Central Banks Are Terrified Of Deflation
On December 29, 1989 a massive inflationary bubble began to pop in Japan. As prices dropped, investors with cash sat on their wallets waiting for lower equity prices. The desire to "get out" became much stronger than the desire to "get in" and prices continued to fall. Japan started a process that central bankers have nightmares about - a deflationary spiral. As the chart of the Japanese stock market below shows, a deflationary spiral is very hard to stop once it starts. In fact, 24 years later the Nikkei is nowhere near its 1989 high.
Can you imagine if the S&P 500 peaked this week and did not revisit the high for over 20 years? Japan has been desperately trying to reverse deflationary trends. From Bloomberg:
It's been 22 years since annual inflation in Japan exceeded 2 percent, according to data compiled by Bloomberg. In the last five years of the 1980s, when Japan's gross domestic product climbed from $1.3 trillion to $3 trillion and the Nikkei 225 Stock Average peaked at almost 39,000, the monthly readings for consumer price gains averaged 1.2 percent, the data show. The Nikkei 225 closed today at 15,407.94. "It's difficult to say whether we are really exiting deflation," Mitani said. "Consumer prices are starting to rise, but a large reason for that is based on the weakening yen and rising energy prices. We can't say that looking at recent results, we have really exited deflation."
Mistake Of Excessive Accommodation
The Fed is committed to keeping its foot on the accelerator even though outcomes may well continue to fall short of expectations, and even though the "costs and risks" are likely to rise. If it ends up making a mistake, something that it will try very hard to avoid, it would likely be one of excessive accommodation rather than premature tightening.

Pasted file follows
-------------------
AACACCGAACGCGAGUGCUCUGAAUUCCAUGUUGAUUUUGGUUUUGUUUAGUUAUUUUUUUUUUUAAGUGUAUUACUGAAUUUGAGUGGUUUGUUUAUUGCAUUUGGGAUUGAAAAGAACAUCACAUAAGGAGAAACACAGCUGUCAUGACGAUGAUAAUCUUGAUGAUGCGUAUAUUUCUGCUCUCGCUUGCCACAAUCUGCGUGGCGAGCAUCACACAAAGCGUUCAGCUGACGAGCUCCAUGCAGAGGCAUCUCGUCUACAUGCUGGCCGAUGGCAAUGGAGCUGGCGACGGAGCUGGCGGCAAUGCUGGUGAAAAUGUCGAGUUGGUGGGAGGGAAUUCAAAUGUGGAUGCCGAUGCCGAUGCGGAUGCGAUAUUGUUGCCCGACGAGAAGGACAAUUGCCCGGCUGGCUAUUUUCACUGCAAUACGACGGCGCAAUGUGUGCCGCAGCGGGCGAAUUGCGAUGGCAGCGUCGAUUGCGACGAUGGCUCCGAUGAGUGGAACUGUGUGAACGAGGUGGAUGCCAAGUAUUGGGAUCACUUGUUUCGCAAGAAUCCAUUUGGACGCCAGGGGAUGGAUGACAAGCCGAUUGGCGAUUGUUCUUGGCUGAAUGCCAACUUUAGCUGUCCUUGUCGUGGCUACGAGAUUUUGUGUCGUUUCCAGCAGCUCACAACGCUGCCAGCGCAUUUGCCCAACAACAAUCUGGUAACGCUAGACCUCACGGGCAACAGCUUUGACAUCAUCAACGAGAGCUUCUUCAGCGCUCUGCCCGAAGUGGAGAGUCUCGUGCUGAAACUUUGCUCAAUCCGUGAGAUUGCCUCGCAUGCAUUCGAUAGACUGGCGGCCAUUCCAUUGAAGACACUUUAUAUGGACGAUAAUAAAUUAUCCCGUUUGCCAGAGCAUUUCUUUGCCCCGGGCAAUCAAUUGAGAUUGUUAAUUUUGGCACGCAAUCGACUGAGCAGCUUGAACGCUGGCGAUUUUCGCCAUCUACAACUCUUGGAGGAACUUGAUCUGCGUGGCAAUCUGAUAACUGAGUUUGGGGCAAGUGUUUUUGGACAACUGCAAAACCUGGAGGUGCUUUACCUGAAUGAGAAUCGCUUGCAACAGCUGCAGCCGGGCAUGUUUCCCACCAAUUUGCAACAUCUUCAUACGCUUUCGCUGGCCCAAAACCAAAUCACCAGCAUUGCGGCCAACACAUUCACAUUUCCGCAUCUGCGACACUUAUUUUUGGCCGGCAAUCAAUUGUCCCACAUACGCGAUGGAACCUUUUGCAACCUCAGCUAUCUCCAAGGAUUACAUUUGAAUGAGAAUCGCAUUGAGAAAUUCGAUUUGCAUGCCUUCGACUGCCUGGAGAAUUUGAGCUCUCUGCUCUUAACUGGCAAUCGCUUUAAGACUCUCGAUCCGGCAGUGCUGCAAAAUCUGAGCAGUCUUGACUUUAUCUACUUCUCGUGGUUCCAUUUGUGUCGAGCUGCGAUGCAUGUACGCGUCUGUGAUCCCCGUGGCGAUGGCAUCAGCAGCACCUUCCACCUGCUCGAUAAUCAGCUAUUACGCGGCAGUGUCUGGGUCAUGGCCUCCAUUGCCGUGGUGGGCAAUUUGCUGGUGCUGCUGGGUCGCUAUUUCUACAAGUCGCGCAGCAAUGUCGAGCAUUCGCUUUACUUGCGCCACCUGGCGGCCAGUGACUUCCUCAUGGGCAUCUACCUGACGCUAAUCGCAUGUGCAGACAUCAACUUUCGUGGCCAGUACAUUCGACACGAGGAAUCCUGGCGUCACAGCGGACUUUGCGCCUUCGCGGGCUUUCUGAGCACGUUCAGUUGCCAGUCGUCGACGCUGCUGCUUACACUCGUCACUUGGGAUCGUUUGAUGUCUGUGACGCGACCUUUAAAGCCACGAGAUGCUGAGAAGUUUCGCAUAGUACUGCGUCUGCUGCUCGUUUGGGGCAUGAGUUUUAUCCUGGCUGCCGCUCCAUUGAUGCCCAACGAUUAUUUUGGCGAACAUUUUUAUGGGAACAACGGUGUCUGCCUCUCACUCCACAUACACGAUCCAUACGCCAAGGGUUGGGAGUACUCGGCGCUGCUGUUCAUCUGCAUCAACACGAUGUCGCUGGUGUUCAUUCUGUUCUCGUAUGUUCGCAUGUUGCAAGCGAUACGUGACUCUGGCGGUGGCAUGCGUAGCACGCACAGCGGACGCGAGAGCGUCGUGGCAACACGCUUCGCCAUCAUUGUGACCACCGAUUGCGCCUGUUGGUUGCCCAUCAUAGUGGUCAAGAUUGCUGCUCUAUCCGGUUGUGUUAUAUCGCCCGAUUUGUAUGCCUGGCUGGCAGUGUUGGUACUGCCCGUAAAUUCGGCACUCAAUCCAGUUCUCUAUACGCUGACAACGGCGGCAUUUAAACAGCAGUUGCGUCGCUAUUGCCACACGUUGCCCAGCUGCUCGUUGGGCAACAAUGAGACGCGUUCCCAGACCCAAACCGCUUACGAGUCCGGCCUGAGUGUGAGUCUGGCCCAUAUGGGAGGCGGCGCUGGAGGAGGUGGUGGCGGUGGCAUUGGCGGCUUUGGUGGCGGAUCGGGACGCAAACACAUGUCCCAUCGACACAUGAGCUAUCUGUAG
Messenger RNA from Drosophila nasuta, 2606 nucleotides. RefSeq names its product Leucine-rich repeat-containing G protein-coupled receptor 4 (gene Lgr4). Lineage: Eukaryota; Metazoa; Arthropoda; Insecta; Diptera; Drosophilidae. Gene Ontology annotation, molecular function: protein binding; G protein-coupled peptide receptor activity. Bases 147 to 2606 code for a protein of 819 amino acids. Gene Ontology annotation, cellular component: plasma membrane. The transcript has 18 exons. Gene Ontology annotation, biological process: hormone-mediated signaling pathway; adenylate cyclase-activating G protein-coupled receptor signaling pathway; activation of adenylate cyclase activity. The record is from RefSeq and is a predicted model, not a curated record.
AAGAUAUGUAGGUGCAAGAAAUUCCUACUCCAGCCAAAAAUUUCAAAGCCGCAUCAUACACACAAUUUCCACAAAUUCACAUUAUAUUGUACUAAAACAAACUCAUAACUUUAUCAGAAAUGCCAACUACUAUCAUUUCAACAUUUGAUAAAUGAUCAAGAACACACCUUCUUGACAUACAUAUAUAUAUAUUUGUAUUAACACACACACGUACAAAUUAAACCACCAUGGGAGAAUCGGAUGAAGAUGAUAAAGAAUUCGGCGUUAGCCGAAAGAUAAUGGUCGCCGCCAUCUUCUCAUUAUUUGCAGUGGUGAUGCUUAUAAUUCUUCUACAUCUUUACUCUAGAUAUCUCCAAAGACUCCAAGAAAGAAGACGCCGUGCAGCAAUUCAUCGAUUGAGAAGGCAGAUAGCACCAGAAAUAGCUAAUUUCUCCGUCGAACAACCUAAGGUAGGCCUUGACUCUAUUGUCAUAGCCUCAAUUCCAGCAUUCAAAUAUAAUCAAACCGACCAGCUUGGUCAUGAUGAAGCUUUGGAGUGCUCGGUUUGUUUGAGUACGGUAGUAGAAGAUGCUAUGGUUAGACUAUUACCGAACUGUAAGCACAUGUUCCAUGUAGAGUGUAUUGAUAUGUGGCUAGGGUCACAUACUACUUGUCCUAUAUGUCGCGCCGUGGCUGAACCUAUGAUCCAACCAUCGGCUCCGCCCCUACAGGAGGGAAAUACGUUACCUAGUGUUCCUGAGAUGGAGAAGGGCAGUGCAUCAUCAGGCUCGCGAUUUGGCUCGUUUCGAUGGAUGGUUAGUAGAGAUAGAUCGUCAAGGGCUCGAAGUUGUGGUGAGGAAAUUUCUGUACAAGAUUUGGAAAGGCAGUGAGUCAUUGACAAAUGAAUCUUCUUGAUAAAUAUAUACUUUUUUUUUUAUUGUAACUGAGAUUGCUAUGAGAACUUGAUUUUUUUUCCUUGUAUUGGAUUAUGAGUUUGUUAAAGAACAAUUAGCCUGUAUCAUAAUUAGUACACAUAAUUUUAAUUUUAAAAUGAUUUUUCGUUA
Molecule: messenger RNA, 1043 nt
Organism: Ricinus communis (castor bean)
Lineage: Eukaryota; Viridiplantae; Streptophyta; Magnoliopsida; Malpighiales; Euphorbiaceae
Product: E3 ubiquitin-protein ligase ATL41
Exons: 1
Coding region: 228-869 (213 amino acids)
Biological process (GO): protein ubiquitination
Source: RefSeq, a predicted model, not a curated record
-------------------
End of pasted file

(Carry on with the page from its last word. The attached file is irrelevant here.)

Economic Improvement Heightens Tapering Fears
The Fed hopes their bond buying program will act as economic lighter fluid, sparking growth and hiring. Therefore, stronger economic data increases the odds of the Fed cutting back on the lighter fluid. On Wednesday, economic bulls were 2 for 3, which increased taper chatter in the financial markets. From Bloomberg:
Data today showed companies boosted payrolls in November by the most in a year. Labor Department data on Friday may show the unemployment rate fell to 7.2 percent, matching the lowest level since 2008. A separate report indicated service industries in the U.S. expanded at a slower pace than forecast in November, showing uneven progress in the biggest part of the economy. Purchases of new U.S. homes surged in October by the most in three decades, signaling buyers are starting to take higher mortgage rates in stride.
Investment Implications - Aggressive Tapering Not Likely
Could the Fed begin tapering this month? Sure they could, but Japan and fears of a deflationary spiral tell us an aggressive tapering schedule is unlikely. Looking at it from a different angle, if markets are pulling back due to tapering fears, that is not such a bad thing relative to what the bull market really needs - growth.
With the S&P 500 down roughly 15 points this week, we must keep an open mind about further downside. Since our market model relies heavily on weekly outcomes, we are more concerned how the chart below looks Friday at 4 p.m. EST.
If weakness becomes significant enough to warrant a reduction in our exposure to stocks, we will not hesitate to make the proper adjustments before the end of the week. For now, some patience remains in order, allowing us to hold our stakes in U.S. (VTI) and foreign stocks (VEU).